This is what I was told - when a dog drinks alot of water, very quickly, there stomach will flip and up it comes. Don't know how true this is, but I do have a dog out of three that this happens to, especially if she has eaten first. Then it all comes up.
It's true--animals can get bloated too. It's a little different than with people, though, and a lot more dangerous. If your veterinarian says that your dog has bloat, she means that your dog's stomach is full of excess gas, fluid, or foam. Bloat can be caused by a number of things. Most often dogs and cats get bloat because they swallow excess air. It can also occur when the valve at the bottom of the stomach is blocked and the gas and other material produced by the digestive process can't exit the stomach.
Bloat happends very rapidly and can be fatal in 30 minutes, when it's severe. If your pet's abdomen is distended and/or you notice nausea, vomiting, attempts to vomit, sudden weakness, or collapse, contact your veterinarian immediately. Bloat is a life-threatening condition.
Often, when the stomach becomes enlarged (or dilated), it then twists somewhere between a quarter and a full turn; the twisting is called volvulus. When an animal has gastric dilation and volvulus (GDV), the openings at at the top and the bottom of the stomach twist, blocking all materials from entering or leaving. As the digestive process continues, the stomach will swell more and more. As the stomach gets larger, it can press against blood vessels and decrease circulation. This can eventually lead to death of the tissue in the stomach walls. It can also take up some of the room the diaphragm needs to expand, which makes it hard for the animal to breathe. If left untreated, the circulation and breathing problems caused by GDV and bloat can cause infections, bleeding disorders, heart failure and sudden death. GDV is most often found in larger dogs that have eaten a large or abnormal meal.
What to look for
The most obvious sign of bloat is a distended, swollen-looking belly, particularly one that appears quickly. Some other noticeable symptoms of bloat occur when an animal tries to empty its stomach. Particularly with GDV, dogs and cats will try to vomit or belch but aren't able to; they will retch and seem restless and nauseated. They may also become short of breath as their abdomens become compressed. Some animals may act depressed or show signs of pain. In severe cases, the pressure the stomach places on blood vessels can cause irregular blood flow, abnormal heart rhythms, and shock, which can cause animals to collapse and can lead to rapid death.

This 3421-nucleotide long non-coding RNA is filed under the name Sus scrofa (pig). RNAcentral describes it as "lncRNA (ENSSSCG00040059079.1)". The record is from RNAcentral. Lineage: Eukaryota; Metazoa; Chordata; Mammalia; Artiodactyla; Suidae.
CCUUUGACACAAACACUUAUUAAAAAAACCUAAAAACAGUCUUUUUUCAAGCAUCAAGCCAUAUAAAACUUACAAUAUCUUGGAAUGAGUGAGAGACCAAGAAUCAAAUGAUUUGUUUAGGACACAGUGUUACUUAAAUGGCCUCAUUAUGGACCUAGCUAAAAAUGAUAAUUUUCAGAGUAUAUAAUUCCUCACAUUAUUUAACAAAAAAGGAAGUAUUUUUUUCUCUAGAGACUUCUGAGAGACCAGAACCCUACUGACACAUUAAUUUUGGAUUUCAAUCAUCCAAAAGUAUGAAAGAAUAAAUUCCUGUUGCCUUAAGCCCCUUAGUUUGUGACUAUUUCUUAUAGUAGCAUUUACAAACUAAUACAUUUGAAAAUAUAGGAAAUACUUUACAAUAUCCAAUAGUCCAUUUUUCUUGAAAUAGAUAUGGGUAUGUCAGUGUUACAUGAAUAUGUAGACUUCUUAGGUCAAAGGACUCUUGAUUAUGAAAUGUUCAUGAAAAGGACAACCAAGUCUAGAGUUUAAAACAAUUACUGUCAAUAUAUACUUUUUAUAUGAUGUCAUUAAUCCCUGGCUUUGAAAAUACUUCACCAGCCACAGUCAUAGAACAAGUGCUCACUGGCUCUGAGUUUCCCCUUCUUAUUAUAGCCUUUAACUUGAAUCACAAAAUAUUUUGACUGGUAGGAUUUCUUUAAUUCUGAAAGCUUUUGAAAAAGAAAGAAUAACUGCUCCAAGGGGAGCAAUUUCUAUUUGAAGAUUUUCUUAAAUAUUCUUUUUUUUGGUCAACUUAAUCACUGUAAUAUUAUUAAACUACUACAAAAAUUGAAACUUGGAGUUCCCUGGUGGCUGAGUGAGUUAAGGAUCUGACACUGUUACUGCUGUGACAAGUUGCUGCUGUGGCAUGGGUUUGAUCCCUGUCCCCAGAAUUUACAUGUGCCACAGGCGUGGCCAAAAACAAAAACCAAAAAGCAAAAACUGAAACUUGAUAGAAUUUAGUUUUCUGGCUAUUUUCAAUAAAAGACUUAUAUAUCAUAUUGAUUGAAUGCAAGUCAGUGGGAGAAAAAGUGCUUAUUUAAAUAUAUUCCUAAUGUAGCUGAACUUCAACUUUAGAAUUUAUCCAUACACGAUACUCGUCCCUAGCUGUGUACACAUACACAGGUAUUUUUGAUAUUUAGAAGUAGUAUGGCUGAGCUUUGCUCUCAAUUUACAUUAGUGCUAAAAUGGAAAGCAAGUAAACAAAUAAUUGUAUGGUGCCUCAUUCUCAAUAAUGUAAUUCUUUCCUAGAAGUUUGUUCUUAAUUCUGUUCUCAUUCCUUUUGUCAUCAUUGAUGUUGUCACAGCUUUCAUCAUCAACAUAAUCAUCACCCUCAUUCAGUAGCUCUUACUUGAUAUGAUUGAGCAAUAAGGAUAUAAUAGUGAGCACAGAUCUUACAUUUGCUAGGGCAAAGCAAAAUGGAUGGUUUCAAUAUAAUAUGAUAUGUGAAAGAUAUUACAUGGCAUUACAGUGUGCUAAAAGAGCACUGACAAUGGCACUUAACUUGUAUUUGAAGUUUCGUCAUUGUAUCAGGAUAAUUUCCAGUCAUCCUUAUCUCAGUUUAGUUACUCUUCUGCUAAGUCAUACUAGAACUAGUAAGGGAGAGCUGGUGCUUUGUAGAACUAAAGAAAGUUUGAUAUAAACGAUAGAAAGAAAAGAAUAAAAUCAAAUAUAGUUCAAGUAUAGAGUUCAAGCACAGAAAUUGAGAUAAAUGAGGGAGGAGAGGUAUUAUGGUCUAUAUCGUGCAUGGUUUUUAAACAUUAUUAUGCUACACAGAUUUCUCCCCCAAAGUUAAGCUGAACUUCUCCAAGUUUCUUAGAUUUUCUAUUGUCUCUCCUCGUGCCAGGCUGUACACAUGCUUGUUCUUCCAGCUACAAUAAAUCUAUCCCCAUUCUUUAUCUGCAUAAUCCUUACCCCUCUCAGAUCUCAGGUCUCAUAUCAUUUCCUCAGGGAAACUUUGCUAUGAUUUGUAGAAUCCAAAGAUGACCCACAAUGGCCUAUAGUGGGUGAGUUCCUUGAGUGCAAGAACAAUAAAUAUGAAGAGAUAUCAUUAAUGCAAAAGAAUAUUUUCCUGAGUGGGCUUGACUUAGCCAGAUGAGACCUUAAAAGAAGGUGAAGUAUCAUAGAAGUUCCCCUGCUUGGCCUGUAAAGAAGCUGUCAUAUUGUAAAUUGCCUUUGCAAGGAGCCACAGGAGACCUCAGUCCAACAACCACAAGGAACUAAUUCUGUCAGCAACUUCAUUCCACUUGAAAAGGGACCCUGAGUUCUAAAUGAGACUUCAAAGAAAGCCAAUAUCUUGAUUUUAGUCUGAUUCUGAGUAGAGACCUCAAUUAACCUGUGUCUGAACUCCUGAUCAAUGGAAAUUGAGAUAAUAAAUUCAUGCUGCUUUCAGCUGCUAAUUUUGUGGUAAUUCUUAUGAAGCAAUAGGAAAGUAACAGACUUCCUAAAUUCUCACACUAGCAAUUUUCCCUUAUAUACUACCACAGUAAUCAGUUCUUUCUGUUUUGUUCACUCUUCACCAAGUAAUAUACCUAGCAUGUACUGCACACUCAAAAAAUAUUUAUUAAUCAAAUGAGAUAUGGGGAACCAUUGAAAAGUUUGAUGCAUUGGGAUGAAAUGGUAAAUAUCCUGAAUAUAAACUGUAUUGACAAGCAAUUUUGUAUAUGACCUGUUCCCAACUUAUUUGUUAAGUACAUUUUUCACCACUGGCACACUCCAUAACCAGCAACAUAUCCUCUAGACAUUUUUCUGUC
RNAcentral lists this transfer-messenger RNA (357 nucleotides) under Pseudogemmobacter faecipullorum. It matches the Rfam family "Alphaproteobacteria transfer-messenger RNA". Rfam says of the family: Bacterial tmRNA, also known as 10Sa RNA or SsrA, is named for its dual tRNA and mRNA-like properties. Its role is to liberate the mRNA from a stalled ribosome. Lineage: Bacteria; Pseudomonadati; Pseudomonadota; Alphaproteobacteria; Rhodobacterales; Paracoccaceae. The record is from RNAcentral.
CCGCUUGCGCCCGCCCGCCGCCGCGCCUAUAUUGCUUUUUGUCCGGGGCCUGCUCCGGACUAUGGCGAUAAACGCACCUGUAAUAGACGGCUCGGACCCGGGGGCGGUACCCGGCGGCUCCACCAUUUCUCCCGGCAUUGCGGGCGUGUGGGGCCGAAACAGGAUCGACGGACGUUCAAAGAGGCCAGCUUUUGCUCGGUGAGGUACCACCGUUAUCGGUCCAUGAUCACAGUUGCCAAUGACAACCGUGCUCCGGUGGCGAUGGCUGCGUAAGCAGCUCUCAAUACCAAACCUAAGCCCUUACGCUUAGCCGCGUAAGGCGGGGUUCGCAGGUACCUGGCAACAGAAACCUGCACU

What to do
Bloat must be treated by a veterinarian immediately. If she suspects your pet has bloat, your veterinarian can stabilize him and treat him for shock by giving him intravenous fluids and monitoring his heart rate, breathing, and blood pressure. She can check for the condition by performing a physical exam and abdominal X rays. She can also check for gas in his stomach by inserting a tube through the esophagus or inserting a needle through the abdomen. If an animal is diagnosed simply with bloat, that is if the stomach hasn't become twisted, sometimes the veterinarian can simply decompress the stomach with the tube or needle and no other treatment is necessary.
If an animal has GDV, on the other hand, he will most likely need to be treated surgically. During surgery, a veterinarian can untwist and reposition the stomach so that material can move through it. Then she can examine the tissue of the stomach to make sure it wasn't injured or deprived of blood when it swelled. She can also check the spleen, which is attached to the stomach and can be damaged when the stomach twists. Often veterinarians will also perform a gastropexy during surgery, which involves attaching the stomach to the abdominal wall so it won't twist again in the future. A dog that has had bloat is at a great risk of GDV in the future if a gastropexy isn't done.
Because the causes of bloat aren't entirely clear, there is no known way to prevent it absolutely. Veterinarians do know that large breed dogs with broad, deep barrel chests are more likely to develop bloat than other animals; if you have a breed like this, you can watch carefully for bloat. You can also feed your pet small, regularly spaced meals, which are less likely to stretch his stomach. Presoak the food in water for 30 minutes before feeding your dog. You can prevent him from drinking large volumes of water at one time, too. Limiting exercise after meals can help as well. When animals run with a full stomach, the stomach swings like a pendulum and has a greater chance of flipping over and twisting itself. Eating something out of the garbage or eating anything else they aren't used to can also cause animals to develop gas, which can lead to bloat and GDV.
The best way to protect your pet against bloat is to keep a close eye on him and watch for any strange behavior. If you notice anything about your pet that seems new or unusual, contact your veterinarian immediately
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